Almost 6% of all Scottish workers are in jobs that didn’t exist in 1990, according to a report from PwC.
PwC’s latest UK Economic Outlook (UKEO) said they range from software engineers and database administrators to programmers and IT support workers.
In London, close to one-in-ten workers are employed in these new digital jobs, followed by Scotland, East Anglia, Yorkshire and the South-West with around 5.8%.
The report also reveals that Scotland is ahead of some of the other regions like parts of the North of England, Manchester, Wales and Merseyside.
The research was prepared in association with Dr Carl Benedikt Frey, of the Oxford Martin Programme at Oxford University.
It highlights a shift in the UK workforce towards highly skilled professional and technical roles linked to overall economic performance in major UK regions and cities.
What the research calls ‘skilled cities’ have tended to show stronger employment growth and a healthier trend in unemployment rates since 2005 and a higher rate of new business creation.
The UKEO research says that the best preforming regions can expect the overall workforce to grow, reflecting their ‘skilled cities’ status, with the forecast suggesting that the Scottish workforce should grow by 7.2% over the next decade.
This is above the UK regional average of 6% and the fifth largest growth outside of London.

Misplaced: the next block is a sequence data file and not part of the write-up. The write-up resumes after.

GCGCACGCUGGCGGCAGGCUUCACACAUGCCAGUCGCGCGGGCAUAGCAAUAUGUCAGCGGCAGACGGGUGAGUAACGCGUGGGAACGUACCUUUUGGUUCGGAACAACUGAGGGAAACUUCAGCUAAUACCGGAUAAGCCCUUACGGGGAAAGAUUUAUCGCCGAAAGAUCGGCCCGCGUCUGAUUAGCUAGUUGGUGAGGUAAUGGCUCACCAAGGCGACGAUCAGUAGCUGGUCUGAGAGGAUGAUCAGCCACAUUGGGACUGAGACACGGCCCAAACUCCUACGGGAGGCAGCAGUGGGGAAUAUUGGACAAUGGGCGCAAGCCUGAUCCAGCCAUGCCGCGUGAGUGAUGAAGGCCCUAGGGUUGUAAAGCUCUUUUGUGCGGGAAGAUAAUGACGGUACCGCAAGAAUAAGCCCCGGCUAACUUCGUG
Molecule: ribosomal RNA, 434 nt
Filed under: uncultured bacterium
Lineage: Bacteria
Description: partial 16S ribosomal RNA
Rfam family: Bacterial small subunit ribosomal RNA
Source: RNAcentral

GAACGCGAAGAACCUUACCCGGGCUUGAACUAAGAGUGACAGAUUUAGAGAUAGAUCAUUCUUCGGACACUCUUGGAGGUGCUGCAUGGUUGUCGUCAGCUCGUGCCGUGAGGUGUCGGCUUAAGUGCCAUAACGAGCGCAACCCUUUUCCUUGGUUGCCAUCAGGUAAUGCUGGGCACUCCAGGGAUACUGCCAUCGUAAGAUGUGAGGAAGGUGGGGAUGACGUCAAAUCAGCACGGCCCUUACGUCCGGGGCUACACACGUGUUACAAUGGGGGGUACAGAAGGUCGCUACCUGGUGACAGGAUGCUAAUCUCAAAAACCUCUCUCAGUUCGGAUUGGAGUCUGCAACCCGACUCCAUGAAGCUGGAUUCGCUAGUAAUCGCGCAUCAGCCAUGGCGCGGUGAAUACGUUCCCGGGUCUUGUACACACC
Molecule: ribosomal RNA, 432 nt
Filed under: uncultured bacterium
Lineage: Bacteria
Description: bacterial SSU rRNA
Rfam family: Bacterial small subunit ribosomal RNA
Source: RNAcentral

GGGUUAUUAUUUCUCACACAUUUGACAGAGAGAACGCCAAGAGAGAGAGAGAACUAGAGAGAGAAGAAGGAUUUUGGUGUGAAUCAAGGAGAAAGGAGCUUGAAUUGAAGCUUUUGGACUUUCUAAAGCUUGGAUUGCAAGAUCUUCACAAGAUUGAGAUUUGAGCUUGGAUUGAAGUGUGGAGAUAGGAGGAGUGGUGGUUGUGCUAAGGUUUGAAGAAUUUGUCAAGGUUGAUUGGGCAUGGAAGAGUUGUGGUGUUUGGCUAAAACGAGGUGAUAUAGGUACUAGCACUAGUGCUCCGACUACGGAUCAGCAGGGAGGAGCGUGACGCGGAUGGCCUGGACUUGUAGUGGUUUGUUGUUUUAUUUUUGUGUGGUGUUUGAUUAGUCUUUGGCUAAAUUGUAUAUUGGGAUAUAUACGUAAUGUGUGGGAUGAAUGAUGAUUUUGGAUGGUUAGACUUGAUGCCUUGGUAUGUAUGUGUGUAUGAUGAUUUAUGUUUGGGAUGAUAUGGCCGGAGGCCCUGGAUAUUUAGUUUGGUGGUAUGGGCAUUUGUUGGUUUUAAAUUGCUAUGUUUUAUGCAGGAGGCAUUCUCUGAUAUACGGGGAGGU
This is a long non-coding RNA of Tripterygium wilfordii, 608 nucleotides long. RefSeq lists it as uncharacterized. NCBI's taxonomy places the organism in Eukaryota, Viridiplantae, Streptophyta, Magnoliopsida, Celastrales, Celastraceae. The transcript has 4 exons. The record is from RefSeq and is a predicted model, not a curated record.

Our research notes that Stanford alumni have created around 40,000 companies and over five million jobs in the US. What is to stop leading universities in Scotland and the UK securing similar success as dynamic catalysts for innovation and growth?
The forecast also reveals that the former Strathclyde region alone is expected to grow by 5.5% – a trend, the report suggests, that reflects the regeneration in the area and the Glasgow City Deal status to boost economic growth.
The research into the rise of the digital job says that the new types of job are in categories linked to digital technologies such as computer software engineers (80% of employees now doing types of jobs that did not exist in 1990); database administrators (79%); information systems managers (77%); and computer programmers (71%).
However, there is concern over a ‘north-south digital divide’ with London continuing to be the driver of new job creation, where total employment across all sectors in Central London is projected to grow by 25% over the next decade, with 13% projected for Inner London – substantially above the average of 5.8% for the UK regions, excluding London and the South-East.
Paul Brewer, head of government and public sector at PwC in Scotland, said there was a role for government and other institutions to co-ordinate activity and support clusters of skilled occupations and industries outside London.
“Many Scottish Enterprise, local authority and City region investment programmes have sought to advance these objectives in recent years,” he said.
“Universities also have a vital role in establishing successful digital hubs. Edinburgh, for instance, is one of six UK universities to rank in the top 10 for computer science outside of London, with others including Southampton, Cambridge, and Manchester.
“Our research notes that Stanford alumni have created around 40,000 companies and over five million jobs in the US. What is to stop leading universities in Scotland and the UK securing similar success as dynamic catalysts for innovation and growth?”